Shiver by Maggie Stiefvater
My rating: 3 of 5 stars
YA Authors, Listen Up!
1. We are done reading about Werewolves. Done! Yes, some people will continue buying books on the topic (me included), but come up with some new monster to entrance us with. Please!
2. Teenage boys (and most grown men for that matter) do NOT write music, recite poetry or read in foreign languages. Stop giving teenage girls hope that they exist! If they do, they are probably gay and won’t want anything to do with girls anyway (i.e. Kurt on Glee is a great example).
3. Parents are not completely oblivious. If you come home smelling like alcohol, smoke, weed or other vile things, or not come home at all your parents will notice. They may, however, choose not to say anything. Too bad for you. Any semi-normal parent will at least voice concern. Apparently it’s a necessary part of any YA novel to have a) no parents or b) bad parents.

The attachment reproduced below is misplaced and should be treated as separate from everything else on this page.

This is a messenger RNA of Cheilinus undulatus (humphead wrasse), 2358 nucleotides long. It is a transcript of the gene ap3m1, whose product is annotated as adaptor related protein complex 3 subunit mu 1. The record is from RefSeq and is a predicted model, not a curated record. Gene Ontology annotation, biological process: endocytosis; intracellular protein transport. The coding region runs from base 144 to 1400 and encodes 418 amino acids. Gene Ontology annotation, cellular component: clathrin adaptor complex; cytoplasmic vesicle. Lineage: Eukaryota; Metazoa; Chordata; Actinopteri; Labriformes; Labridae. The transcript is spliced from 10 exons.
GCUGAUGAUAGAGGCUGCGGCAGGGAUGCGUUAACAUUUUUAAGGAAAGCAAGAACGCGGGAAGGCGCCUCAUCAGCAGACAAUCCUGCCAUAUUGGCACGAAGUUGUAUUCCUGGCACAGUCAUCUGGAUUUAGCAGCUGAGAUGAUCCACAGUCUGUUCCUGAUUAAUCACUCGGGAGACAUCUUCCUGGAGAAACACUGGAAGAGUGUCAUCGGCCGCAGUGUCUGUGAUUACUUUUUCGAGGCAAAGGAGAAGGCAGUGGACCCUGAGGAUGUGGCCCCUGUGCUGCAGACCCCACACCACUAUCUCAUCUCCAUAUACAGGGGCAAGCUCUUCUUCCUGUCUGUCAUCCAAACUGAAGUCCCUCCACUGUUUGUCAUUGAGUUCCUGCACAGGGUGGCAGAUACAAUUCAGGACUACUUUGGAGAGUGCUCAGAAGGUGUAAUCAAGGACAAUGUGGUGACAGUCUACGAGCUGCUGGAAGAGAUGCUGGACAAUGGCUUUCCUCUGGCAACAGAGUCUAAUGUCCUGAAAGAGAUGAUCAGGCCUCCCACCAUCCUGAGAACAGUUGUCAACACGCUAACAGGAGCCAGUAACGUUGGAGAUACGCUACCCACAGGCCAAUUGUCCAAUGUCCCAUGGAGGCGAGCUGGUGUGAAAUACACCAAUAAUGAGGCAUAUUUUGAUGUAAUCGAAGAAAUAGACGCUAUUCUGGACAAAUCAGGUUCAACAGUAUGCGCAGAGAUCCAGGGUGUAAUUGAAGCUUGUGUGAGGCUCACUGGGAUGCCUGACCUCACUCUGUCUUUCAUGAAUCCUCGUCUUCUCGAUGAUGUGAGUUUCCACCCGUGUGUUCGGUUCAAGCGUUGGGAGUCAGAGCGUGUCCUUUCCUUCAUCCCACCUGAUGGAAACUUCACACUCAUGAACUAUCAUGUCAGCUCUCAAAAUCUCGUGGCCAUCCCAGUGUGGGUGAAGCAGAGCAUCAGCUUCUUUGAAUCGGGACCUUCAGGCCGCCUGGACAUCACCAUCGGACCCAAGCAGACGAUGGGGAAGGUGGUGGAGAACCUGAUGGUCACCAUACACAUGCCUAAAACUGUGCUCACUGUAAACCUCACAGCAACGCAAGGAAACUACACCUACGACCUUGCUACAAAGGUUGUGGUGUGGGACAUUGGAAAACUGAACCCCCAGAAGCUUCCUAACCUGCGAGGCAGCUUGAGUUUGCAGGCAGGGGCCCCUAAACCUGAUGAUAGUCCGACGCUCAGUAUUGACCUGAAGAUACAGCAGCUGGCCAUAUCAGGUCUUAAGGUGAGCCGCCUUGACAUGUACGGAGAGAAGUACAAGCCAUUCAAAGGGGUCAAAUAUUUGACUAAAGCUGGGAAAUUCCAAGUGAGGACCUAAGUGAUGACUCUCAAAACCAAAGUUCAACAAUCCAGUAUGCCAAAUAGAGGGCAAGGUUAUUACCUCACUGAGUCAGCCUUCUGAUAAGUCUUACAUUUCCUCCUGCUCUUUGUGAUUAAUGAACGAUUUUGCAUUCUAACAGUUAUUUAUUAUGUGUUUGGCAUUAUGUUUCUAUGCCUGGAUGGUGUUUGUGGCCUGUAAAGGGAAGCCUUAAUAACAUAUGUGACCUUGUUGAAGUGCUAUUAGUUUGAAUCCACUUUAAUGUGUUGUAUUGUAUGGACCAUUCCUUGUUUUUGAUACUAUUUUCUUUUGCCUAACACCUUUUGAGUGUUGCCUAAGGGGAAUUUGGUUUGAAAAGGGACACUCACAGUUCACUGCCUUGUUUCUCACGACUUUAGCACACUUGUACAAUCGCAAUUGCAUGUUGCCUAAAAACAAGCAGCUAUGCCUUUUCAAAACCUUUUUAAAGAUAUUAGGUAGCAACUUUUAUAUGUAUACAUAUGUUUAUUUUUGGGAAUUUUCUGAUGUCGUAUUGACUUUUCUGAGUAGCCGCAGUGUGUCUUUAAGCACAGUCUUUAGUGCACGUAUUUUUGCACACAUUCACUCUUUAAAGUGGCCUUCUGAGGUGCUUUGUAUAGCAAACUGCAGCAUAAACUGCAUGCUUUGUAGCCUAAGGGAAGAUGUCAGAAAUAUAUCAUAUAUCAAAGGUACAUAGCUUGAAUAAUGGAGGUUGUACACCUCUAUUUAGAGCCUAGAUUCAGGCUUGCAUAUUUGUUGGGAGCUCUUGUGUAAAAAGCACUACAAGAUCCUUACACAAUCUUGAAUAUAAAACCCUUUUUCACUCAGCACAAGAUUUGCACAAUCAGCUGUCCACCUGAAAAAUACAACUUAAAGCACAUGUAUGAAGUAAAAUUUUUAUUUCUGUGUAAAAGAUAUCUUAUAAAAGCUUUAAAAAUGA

4. Tying your novel to a piece of famous literature does not make your book “literary fiction.”
Now if you eliminate all of these new-school cliches from Shiver, you may actually find a pretty good book.
Maggie Stiefavater’s work as has an almost lyrical quality, a cadence that I really enjoyed. Thus, I downloaded the next book in the series.
The plot was good, straight-forward, a little obvious.
It was an easy read. And I would probably have liked it better if it wasn’t about Werewolves (or Vampires, for that matter). If we must have a continual stream of books about shape shifting, then perhaps we can choose a different animal. Any one interested in reading about a hot boy who morphs into a koala? At least he’d be snuggly in his non-human form.
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